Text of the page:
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Call for single waste authority fails to find support from MPs

A bid to set up a single waste authority (SWA) in London has failed to gain the support of MPs.

Clauses on waste within the Greater London Authority (GLA) Bill were debated by the committee in Parliament this week, where Labour MP Karen Buck put forward the case for a SWA.

London needs strong, effective leadership on waste management. That requires not only a clear distinction, but powers and funding to deliver it. Transport for London has demonstrated the benefits of a single, properly resourced organisation under Mayoral leadership, Buck told the committee.

Her argument, supporting the Mayor of Londons bid for a SWA, comes after the London Councils and the Government called for the bid to be dropped.

Buck argued that London was lagging significantly behind other European cities in terms of recycling rates and that there are no realistic signs of their [London boroughs] being able to meet the challenge.

Quoting recycling figures from other cities such as Hamburg recycling 57% and Seattle 58%, Buck acknowledged that while London faced particular recycling challenges, they were in line with other cities which were dominated by high-rises and likely to share similar socio-economic structures.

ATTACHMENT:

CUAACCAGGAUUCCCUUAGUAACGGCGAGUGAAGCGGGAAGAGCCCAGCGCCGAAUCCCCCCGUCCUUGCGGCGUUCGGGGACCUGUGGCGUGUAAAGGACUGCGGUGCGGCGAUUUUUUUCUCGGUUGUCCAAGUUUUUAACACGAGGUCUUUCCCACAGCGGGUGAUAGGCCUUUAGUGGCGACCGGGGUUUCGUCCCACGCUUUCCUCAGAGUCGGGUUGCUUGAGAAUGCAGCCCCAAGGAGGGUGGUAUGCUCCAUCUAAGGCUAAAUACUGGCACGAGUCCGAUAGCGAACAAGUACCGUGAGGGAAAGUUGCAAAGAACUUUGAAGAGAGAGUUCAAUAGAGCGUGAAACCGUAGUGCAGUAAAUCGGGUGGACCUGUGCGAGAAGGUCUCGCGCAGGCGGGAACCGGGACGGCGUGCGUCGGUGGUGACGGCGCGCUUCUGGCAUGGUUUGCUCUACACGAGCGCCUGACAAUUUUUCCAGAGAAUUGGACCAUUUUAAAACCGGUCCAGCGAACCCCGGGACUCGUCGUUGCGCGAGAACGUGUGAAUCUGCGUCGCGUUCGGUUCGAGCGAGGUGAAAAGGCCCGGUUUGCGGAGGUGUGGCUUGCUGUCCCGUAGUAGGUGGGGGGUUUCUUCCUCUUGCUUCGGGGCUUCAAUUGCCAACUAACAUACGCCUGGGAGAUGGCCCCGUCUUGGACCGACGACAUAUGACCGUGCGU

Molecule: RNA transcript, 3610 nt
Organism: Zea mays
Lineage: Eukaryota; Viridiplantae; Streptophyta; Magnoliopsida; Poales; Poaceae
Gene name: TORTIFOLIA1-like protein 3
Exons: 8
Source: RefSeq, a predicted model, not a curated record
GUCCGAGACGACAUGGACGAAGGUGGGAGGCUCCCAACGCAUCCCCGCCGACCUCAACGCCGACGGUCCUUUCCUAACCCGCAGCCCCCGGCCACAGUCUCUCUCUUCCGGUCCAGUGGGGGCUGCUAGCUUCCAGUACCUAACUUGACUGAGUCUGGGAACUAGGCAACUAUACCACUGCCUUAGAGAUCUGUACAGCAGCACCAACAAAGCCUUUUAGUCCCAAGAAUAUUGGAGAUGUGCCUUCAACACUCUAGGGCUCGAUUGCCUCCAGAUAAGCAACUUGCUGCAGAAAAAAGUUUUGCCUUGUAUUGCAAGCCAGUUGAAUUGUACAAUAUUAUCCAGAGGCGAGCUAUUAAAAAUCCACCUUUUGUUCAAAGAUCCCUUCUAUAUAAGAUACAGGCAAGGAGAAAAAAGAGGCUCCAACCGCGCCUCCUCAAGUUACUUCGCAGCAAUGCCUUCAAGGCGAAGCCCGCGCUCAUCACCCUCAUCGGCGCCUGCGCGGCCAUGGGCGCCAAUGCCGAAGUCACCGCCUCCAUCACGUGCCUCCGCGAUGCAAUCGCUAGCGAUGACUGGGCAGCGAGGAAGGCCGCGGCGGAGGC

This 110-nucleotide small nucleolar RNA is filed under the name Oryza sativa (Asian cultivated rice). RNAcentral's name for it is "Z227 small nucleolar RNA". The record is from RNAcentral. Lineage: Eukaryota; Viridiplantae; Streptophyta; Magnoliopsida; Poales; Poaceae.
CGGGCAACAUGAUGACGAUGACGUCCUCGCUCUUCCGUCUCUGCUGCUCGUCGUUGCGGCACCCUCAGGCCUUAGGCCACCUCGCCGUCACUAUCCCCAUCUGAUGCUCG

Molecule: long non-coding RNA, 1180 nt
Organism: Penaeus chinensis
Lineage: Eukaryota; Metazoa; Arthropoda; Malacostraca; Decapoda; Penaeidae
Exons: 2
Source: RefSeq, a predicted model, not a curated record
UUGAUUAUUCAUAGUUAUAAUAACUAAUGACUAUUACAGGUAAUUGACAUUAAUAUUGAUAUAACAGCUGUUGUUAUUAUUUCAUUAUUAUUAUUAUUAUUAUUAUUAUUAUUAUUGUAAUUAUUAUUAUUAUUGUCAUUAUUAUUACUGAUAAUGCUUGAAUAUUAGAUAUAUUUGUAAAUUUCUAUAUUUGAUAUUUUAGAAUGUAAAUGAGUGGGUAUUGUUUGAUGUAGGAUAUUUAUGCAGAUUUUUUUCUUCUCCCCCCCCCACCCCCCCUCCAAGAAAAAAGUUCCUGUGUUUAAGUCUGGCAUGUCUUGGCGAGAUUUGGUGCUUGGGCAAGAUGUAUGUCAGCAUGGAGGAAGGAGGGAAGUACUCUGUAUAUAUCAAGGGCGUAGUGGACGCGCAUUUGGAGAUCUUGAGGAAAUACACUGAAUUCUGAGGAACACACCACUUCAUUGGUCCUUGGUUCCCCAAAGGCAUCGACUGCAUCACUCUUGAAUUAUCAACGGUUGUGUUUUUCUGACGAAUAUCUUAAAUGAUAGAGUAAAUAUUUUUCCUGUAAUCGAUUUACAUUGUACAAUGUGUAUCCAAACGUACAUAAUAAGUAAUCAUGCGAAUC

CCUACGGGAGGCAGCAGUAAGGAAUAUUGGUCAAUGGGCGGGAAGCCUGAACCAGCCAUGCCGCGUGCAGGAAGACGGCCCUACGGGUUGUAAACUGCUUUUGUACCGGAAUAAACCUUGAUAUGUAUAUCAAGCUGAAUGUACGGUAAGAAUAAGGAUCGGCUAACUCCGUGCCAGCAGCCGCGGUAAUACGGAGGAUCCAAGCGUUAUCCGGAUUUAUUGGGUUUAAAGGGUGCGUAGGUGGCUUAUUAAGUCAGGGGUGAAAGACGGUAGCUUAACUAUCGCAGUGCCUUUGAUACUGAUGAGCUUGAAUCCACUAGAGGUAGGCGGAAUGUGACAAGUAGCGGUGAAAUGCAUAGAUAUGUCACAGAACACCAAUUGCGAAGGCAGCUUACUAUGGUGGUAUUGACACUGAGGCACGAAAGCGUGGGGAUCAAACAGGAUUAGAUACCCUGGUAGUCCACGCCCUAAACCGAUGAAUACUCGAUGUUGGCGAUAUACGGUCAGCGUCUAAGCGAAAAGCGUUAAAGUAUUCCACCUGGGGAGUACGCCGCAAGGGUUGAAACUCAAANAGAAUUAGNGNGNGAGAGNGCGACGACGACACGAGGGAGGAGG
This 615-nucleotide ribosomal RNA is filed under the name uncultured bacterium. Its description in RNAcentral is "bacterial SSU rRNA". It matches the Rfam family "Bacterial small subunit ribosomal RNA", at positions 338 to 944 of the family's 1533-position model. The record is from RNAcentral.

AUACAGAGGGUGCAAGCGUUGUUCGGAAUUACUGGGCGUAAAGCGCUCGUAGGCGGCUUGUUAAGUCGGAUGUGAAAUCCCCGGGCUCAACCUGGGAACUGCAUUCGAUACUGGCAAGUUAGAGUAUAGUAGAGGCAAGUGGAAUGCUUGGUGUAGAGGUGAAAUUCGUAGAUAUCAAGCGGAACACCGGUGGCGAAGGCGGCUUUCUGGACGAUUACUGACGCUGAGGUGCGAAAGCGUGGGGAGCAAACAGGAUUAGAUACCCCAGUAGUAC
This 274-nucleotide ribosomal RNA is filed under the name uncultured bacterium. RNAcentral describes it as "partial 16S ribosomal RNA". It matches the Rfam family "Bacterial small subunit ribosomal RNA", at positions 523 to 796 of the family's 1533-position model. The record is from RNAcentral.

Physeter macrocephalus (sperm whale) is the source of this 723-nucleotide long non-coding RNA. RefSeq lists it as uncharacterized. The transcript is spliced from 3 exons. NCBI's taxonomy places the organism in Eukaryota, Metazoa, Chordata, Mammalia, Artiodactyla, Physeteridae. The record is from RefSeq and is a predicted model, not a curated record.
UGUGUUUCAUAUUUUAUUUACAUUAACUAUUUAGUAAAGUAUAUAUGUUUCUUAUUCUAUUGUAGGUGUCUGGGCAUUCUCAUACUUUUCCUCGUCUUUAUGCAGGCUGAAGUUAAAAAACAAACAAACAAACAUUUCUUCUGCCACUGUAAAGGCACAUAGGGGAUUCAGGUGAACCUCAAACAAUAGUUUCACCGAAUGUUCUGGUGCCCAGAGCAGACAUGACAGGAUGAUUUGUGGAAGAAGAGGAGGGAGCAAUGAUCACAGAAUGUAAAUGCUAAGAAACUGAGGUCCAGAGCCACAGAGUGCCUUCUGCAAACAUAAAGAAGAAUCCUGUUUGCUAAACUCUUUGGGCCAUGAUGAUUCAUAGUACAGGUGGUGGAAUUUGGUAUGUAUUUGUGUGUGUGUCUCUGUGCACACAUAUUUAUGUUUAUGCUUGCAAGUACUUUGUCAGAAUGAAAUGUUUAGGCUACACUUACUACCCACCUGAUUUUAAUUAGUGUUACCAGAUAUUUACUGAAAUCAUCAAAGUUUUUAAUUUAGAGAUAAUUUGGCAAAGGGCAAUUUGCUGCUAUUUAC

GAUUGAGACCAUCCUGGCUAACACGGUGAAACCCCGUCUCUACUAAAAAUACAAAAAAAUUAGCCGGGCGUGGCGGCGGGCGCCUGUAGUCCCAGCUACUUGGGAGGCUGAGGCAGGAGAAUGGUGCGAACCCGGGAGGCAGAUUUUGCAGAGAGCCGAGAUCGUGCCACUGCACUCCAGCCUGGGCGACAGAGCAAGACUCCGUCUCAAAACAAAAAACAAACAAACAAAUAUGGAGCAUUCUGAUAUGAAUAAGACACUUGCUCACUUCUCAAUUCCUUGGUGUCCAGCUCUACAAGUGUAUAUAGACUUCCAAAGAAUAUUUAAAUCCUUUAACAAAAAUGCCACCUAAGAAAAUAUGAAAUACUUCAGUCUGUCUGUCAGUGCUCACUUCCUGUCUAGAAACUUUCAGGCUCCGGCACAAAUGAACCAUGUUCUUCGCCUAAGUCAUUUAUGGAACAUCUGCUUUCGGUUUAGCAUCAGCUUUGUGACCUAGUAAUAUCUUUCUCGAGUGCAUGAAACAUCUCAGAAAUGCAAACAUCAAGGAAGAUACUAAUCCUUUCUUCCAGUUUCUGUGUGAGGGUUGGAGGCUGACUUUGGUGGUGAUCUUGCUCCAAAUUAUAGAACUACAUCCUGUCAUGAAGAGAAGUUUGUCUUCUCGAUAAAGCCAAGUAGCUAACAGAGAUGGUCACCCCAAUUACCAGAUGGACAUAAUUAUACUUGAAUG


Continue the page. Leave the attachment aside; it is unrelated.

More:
Ultimately, it comes down to risk. The Government contend that the structural change during the move from the existing arrangements to a single waste authority would place the arrangements at risk, she said.

But her arguments failed to win over other MPs.

Minister for London Jim Fitzpatrick said the Government saw little benefit in making significant and costly changes to the way in which waste functions are delivered at local and regional levels.

While Conservative MP Michael Gove said: Im afraid that the detail behind her argument does not hold up to the same degree of scrutiny that I and others might wish it to do.

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